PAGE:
STYLE: Blues RATING OUR PRODUCT CODE: 153960-22691 LABEL: DixieFrog DFGCD8768 FORMAT: CD Album ITEMS: 1
Reviewed by Lins Honeyman
Like the 1963 book by renowned African-American writer Amiri Baraka, this latest release from the much-loved folk and blues man charts the black Americans' path from slavery to citizenship and seeks to bring to the forefront once again the civil rights issues that the likes of Bibb's father Leon, folk singer Odetta and Martin Luther King highlighted back in the day. As a result, this is an understandably emotive piece of work from the peerless Bibb who, together with a host of collaborators to complement his captivatingly rich vocal delivery, succeeds in bringing new songs that suggest that many of the civil and racial problems in his homeland still exist to this day. As always, Bibb's faith plays an integral part in proceedings with the likes of a faithful version of the Reverend Gary Davis classic "I Heard The Angels Singing" and a further take of Bibb's signature song "Needed Time" - both with help from the Blind Boys Of Alabama - offering up the hope in Christ that many American slaves clung onto amidst seemingly hopeless situations. Elsewhere, the melding together of Christian and voodoo terminology in "God's Mojo" is something of a strange and spiritually unwise move although a duet with Leyla McCalla on the thought-provoking "Where Do We Go" prompts the listener to consider their eternal destiny with sensitive candour. More light-hearted moments such as "Pink Dream Cadillac" and the Guy Davis song "Chocolate Man" - the latter chock full of thinly-disguised double entendre - showcase the more carnal nature of the blues whilst "Rosewood" - Bibb's telling of the horrific and hushed-up race massacre that took place in the eponymous town in 1923 is completely arresting and highlights the man's innate ability to communicate matters of prime social, historical and spiritual importance through his own matchless brand of the blues.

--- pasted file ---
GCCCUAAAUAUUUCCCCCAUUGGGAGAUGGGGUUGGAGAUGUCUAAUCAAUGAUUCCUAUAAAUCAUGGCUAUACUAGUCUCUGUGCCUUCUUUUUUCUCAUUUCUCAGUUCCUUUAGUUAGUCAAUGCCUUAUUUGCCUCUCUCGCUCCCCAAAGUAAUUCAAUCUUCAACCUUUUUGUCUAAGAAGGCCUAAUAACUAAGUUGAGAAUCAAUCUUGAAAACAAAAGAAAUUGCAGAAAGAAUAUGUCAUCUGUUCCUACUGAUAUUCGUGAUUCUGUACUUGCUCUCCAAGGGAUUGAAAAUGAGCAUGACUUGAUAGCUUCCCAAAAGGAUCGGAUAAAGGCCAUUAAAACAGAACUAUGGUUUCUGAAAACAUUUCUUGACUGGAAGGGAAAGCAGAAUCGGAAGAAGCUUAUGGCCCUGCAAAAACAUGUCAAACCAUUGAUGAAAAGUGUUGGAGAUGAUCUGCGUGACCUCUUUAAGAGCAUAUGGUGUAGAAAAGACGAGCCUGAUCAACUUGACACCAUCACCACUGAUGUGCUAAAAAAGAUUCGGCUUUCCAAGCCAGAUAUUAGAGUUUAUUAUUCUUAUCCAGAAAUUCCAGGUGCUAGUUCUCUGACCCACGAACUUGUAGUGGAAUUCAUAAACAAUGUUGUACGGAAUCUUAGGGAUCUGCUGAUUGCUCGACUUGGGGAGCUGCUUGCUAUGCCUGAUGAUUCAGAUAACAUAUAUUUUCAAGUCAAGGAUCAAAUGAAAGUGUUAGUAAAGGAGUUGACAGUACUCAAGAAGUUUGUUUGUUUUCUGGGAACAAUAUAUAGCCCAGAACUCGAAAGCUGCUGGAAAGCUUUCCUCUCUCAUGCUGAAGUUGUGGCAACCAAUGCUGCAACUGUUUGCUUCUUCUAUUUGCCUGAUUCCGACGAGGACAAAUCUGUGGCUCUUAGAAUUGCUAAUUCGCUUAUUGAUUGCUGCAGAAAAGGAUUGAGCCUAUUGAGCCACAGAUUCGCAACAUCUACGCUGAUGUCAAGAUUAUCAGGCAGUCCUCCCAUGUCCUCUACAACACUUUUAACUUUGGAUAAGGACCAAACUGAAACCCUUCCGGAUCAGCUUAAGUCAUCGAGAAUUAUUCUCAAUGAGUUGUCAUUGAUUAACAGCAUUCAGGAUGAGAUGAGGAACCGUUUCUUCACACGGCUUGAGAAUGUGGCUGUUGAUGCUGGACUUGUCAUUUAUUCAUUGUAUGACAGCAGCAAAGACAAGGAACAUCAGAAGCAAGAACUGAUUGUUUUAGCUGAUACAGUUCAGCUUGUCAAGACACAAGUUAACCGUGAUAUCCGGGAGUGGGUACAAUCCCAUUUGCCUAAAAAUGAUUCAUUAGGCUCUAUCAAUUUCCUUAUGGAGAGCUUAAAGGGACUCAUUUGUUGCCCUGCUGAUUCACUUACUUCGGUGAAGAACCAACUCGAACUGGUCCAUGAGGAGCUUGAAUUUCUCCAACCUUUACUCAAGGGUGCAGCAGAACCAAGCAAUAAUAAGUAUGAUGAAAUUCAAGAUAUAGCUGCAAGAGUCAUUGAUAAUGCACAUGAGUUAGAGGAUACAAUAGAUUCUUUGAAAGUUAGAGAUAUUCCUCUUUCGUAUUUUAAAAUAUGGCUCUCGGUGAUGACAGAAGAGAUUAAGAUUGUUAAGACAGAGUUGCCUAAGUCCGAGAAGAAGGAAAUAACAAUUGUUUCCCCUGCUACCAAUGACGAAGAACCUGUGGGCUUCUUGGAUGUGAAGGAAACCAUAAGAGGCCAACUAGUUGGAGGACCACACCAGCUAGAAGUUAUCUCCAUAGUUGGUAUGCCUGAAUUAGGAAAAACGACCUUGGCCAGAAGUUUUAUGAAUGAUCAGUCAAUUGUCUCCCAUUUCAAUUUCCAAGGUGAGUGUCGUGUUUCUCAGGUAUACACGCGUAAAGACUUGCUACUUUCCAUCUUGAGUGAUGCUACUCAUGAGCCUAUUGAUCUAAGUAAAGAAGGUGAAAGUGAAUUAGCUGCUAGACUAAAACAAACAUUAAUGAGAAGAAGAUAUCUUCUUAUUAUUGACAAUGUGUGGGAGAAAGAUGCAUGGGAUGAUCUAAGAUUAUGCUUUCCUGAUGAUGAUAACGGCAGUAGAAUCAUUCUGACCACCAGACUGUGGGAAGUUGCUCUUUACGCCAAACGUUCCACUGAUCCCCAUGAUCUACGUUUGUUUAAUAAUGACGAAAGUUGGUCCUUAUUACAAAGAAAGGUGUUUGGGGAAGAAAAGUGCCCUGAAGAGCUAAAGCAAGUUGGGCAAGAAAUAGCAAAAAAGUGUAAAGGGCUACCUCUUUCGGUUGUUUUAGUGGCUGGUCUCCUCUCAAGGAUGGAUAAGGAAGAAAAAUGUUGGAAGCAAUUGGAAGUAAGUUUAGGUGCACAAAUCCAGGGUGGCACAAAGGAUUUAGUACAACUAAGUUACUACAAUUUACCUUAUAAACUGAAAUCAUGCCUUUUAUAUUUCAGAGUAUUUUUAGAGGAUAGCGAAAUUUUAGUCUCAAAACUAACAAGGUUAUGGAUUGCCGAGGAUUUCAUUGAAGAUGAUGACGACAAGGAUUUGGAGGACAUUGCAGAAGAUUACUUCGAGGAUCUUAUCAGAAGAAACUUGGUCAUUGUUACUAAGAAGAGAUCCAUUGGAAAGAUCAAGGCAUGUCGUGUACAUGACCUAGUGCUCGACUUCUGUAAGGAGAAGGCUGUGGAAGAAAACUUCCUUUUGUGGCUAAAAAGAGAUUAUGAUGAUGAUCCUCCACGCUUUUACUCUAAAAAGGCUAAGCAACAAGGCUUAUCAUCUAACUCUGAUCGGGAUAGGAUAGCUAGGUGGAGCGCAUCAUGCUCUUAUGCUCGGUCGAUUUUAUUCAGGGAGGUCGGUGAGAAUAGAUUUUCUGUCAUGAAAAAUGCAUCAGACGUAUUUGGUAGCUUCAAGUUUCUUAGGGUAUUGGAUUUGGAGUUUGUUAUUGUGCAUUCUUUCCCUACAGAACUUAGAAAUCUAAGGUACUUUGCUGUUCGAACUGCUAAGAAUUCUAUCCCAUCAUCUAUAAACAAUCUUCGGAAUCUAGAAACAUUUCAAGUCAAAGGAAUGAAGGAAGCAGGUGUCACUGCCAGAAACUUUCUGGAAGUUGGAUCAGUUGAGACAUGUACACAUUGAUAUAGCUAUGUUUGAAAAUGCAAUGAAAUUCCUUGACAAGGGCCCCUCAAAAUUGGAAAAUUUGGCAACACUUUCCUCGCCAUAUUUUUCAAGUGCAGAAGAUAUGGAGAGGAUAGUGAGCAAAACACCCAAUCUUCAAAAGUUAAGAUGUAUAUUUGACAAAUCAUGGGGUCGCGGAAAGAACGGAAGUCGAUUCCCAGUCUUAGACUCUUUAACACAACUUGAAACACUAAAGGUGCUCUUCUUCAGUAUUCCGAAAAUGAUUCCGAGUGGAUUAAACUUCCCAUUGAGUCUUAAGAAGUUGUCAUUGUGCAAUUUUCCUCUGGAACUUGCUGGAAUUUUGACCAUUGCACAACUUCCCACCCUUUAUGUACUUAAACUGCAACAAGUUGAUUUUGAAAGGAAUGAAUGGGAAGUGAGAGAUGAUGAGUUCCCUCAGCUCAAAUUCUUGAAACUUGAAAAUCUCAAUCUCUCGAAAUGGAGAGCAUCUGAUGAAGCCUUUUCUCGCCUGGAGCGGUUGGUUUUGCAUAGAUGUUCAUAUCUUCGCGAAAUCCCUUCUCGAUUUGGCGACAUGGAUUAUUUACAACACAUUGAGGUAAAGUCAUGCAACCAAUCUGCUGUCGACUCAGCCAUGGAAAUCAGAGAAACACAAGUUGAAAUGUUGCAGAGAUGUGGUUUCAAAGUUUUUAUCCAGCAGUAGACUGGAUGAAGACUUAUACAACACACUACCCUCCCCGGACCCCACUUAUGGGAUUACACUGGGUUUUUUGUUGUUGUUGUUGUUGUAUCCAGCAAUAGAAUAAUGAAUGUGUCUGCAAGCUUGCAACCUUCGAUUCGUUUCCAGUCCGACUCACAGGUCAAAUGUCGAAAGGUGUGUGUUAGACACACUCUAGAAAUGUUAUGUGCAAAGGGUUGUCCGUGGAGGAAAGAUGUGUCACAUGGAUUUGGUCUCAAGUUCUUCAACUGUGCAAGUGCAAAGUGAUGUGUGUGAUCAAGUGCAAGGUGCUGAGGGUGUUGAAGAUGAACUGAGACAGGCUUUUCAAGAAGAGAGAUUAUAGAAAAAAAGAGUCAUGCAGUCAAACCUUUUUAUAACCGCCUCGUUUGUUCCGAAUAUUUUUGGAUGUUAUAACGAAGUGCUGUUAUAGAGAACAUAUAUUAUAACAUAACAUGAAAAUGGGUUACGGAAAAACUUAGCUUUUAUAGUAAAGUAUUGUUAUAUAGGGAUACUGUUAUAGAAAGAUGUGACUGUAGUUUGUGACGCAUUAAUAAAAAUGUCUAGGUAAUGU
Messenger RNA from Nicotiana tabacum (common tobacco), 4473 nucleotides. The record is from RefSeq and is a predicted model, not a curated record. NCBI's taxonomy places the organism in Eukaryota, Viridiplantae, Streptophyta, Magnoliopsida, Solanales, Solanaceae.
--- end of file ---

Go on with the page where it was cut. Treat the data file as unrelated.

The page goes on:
The opinions expressed in this article are
not necessarily those held by Cross Rhythms. Any expressed
views were accurate at the time of publishing but may or may
not reflect the views of the individuals concerned at a
Interested in reviewing music? Find out